The Paper Trail by Alexander Monro is described as an unexpected history of a revolutionary invention. It is all of that. Writing itself was a wonder but the limitations of clay, bark, split bamboo, or animal skins kept writing to an elite few. Papyrus was better but not until the Han dynasty, when paper was invented did the sharing of ideas begin to accelerate. Then paper comes into its own facilitating the spread of ideas, bureaucracy, religion, art, science, essays and revolution. Earlier religions are limited by oral recitation or limited written medium. Buddhism, a second resurgence of Daoism, Islam, Christianity, the Renaissance, and Revolution are all made possible by the burgeoning use of paper to share, spread, and import advancing ideas from far away. Literacy becomes the mark of status, the time from the invention of paper to our current day can be called “The Paper Age”.
The book is written well. It has a wealth of knowledge and anecdotes. This is not a general history and though the author touches on major events, his focus is how paper moved through history lubricating change. This is a book to read, to ponder, and to re-examine history using a different lens. It is enlightening and entertaining. I recommend it highly.
The Ancient Near East, Greece and Rome, A Brief History
When it comes to reading textbooks or primers on particular subjects, the key really is that the writing keep the reader’s interest, otherwise their mind is likely to wander and/or become bored with the subject matter they are reading about. Thankfully, Jack L. Schwartzwald’s brief history on the ancient Near East, Greece and Rome has an interesting and engaging voice that grabs the reader’s attention right from the beginning and keeps them going for the whole book.
This “brief history” is still a good 190-odd pages of informational text, along with an extensive bibliography and thorough index, giving the reader quick references at their fingertips. For those readers looking to read it cover to cover, the book is divided into three chapters: “The Cradle of Civilization: The Ancient Near East,’ “The Cradle of Western Civilization: Ancient Greece,” and “The Cradle of the Nation-State: Ancient Rome.” While it seems like heavy reading to digest the entire book with just three chapter breaks, especially on this none-too-easy subject, each chapter is subdivided into sections with titles to allow for breaks and digestion of the material. The shortest chapter is the first one at 30 pages, which is sad, because it is such an import period in history that lead to the foundation and creation of so much that came after, nevertheless it is clear that while Schwartzwald knows plenty about the ancient Near East, it is ancient Greece and Rome where he dedicates his true knowledge.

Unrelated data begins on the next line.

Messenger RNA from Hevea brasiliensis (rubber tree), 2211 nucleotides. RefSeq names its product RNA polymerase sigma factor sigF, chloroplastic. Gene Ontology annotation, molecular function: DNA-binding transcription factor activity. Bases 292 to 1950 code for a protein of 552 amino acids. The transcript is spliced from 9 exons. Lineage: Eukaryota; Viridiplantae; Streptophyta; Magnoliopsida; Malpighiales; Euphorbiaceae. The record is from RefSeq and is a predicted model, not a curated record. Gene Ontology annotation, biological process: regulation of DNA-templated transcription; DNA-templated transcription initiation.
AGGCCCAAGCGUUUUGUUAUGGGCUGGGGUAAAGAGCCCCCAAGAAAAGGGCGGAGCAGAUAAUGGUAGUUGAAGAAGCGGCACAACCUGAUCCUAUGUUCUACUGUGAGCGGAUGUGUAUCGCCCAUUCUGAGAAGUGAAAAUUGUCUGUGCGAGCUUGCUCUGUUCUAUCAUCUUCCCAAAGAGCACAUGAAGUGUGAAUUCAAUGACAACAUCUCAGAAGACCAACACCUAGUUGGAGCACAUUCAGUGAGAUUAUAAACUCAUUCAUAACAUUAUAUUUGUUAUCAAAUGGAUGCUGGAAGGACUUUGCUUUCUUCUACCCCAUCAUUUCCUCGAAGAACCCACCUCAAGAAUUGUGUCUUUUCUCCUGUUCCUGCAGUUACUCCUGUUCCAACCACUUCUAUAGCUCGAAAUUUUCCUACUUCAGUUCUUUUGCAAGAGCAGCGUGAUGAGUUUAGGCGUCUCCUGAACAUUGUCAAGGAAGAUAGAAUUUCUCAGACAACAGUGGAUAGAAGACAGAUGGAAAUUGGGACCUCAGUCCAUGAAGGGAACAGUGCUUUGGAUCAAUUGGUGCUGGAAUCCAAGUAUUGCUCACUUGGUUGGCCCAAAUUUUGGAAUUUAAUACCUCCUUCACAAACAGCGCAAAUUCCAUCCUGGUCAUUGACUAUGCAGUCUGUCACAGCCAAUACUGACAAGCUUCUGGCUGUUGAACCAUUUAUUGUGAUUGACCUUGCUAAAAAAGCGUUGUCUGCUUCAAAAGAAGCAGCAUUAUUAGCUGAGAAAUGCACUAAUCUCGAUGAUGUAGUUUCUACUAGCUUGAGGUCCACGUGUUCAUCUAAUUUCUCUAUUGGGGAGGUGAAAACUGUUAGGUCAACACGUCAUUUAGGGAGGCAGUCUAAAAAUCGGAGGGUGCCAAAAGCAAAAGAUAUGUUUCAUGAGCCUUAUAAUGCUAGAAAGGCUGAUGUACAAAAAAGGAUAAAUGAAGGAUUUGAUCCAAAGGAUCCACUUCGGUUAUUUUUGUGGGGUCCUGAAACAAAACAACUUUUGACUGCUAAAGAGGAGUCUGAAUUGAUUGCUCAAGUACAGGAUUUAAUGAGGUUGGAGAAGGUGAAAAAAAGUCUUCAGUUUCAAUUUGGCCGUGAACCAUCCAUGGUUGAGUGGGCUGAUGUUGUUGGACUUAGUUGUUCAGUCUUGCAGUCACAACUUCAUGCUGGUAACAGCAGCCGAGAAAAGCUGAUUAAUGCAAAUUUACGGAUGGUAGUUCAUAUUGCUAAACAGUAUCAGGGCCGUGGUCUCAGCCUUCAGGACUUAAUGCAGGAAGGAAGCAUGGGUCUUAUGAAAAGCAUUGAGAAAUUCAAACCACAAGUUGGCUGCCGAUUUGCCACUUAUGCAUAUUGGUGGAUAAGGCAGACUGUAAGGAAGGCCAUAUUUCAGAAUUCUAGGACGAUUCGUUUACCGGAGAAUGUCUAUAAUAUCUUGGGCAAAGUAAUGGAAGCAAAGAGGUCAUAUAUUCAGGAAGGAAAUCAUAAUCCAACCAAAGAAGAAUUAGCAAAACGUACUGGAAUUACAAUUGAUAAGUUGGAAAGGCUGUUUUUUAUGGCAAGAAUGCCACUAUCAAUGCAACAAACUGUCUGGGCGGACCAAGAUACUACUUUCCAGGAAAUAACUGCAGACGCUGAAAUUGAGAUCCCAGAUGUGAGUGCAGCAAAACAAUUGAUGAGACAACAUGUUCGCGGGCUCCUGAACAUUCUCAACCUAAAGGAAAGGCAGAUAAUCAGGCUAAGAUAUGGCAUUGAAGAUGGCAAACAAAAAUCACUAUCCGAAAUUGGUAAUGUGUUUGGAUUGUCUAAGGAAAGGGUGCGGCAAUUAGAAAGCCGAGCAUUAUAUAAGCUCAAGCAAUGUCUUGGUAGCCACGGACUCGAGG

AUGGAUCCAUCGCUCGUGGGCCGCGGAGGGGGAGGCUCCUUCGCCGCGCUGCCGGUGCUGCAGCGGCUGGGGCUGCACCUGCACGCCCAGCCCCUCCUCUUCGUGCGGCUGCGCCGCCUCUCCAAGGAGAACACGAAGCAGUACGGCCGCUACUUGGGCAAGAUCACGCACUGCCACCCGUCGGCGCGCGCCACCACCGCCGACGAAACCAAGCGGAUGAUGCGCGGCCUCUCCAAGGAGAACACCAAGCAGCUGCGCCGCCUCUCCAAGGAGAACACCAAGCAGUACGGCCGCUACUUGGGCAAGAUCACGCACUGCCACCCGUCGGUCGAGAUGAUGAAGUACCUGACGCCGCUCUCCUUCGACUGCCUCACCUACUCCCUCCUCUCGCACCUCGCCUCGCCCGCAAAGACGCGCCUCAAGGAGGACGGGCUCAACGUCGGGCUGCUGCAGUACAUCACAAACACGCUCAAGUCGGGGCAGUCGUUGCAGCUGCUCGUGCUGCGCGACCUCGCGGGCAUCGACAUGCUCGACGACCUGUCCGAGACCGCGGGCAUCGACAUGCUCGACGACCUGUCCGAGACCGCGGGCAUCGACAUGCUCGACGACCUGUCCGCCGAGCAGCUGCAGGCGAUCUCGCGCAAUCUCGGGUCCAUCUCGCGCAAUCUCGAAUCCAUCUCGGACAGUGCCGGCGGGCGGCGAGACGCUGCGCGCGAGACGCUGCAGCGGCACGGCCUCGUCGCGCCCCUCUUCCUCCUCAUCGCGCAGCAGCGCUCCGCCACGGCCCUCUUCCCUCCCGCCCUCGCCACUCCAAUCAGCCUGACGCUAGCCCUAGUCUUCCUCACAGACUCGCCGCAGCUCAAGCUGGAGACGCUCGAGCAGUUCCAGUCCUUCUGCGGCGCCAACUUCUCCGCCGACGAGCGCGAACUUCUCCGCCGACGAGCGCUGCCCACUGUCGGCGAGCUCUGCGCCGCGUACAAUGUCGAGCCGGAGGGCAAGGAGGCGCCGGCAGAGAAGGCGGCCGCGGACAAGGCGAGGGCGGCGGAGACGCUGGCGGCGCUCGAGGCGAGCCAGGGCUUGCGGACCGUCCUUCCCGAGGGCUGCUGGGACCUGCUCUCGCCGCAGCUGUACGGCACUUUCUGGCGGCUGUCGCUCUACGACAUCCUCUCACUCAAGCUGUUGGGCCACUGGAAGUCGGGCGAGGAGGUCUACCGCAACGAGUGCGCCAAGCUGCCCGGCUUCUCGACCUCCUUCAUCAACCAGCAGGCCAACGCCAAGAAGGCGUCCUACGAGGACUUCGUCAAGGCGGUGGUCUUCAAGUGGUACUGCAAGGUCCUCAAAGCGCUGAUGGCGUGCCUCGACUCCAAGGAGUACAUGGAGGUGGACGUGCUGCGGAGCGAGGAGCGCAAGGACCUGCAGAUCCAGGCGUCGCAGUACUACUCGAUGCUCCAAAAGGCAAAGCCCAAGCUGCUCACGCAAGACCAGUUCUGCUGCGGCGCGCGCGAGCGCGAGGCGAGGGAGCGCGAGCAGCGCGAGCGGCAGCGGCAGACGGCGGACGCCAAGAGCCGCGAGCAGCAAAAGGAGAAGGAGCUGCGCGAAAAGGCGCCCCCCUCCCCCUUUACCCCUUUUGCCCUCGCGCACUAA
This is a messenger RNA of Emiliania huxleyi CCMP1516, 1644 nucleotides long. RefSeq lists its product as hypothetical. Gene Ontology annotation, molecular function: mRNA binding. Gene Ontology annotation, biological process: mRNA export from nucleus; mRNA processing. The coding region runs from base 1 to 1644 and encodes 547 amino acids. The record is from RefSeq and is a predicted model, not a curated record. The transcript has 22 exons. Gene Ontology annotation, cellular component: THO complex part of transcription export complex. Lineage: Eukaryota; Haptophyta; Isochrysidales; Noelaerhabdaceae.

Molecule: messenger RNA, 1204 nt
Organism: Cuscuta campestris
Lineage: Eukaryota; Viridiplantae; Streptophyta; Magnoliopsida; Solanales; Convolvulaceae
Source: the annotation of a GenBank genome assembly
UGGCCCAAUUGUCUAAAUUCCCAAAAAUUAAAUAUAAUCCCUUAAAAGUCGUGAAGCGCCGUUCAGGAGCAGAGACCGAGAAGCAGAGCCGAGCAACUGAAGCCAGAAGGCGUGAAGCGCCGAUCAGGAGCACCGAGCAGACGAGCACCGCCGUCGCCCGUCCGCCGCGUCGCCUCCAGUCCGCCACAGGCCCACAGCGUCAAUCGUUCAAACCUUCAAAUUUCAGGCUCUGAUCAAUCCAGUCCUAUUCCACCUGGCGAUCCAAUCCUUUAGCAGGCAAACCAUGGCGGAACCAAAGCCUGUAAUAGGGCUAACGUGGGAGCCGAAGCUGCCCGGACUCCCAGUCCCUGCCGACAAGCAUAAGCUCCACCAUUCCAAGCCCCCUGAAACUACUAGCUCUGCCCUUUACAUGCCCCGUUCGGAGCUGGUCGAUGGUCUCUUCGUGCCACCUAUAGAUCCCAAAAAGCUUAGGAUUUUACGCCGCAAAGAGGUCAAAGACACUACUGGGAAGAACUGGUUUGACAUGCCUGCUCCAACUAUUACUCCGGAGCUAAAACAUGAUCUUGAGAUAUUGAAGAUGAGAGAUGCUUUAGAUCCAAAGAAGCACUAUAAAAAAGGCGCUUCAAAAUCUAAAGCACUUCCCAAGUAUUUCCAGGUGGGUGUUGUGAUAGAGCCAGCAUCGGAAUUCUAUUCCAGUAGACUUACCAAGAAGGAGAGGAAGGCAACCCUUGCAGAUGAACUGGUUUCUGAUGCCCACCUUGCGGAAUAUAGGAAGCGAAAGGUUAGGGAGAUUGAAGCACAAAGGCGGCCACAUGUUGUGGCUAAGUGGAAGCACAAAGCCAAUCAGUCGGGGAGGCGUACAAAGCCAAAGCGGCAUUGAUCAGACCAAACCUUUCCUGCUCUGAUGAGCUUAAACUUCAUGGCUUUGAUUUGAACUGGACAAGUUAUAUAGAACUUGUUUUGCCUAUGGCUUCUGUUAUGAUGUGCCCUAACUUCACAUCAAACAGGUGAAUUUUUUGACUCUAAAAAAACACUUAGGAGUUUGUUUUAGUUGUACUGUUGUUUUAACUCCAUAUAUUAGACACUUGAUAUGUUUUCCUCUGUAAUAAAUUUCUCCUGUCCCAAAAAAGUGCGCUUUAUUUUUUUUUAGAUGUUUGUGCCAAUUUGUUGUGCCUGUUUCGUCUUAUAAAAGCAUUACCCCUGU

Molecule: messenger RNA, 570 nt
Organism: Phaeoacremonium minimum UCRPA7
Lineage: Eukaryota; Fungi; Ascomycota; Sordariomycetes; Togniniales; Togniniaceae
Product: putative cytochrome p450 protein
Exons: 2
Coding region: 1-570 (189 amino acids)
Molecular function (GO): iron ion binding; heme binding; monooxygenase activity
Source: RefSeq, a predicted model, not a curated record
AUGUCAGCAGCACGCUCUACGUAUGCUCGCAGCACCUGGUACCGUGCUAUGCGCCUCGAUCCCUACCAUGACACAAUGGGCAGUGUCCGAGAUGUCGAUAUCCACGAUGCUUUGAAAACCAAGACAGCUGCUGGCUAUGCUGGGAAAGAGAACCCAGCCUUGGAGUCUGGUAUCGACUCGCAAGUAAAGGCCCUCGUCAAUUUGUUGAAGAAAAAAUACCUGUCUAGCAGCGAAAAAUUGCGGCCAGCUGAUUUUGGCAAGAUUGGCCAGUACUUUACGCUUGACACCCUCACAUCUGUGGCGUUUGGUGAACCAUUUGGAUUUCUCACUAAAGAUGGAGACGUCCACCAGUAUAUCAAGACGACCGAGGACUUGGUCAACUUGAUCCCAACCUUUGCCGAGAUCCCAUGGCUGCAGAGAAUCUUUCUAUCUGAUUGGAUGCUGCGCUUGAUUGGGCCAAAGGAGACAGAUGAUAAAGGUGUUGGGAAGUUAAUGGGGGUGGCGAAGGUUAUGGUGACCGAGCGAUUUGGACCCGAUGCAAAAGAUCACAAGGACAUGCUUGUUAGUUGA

The history telling is straightforward, with lots of names and dates throughout the text, as the author lays out the history and events and happenings in succinct paragraphs. There is not a lot of discussion or synthesis here, as this is a “brief history” after all and nothing more. Schwartzwald is giving you the quick history of these times and places so that you can speedily digest and understand it. If you are looking for further, deeper material, that is what the bibliography is for. But in this way the book also serves as an excellent reference tool, along with the index, so that if the reader is tackling something in depth, but wants a quick refresher on a specific period in the ancient Near East, Greece or Rome, this book does the job well.
What is perhaps surprising about the book is that it is all text, with not a single picture, table, graphic, or depiction of a graphic source. While, again, it is a “brief history” and meant for a quick and thorough reading of the time period, one would expect maybe a photo or two, a Roman statue or Greek piece of architecture, or even Hammurabi’s code of laws; something to break up the text and help make it all the more real for the reader. Nevertheless, the book does its job of providing a “brief history” of the ancient Near East, Greece, and Rome, where the reader will not become lost and overwhelmed by too much, but able to digest everything in titled sections. It is an ideal book for someone taking an ancient history class and looking to get a feel for the history they are about to learn about or for the average reader wanting to learn more about the period, but not having to absorb a heavy and overwhelming tome. The people, dates, and events in the book are all laid out in chronological order, allowing the reader to take it all in swiftly and comprehensively.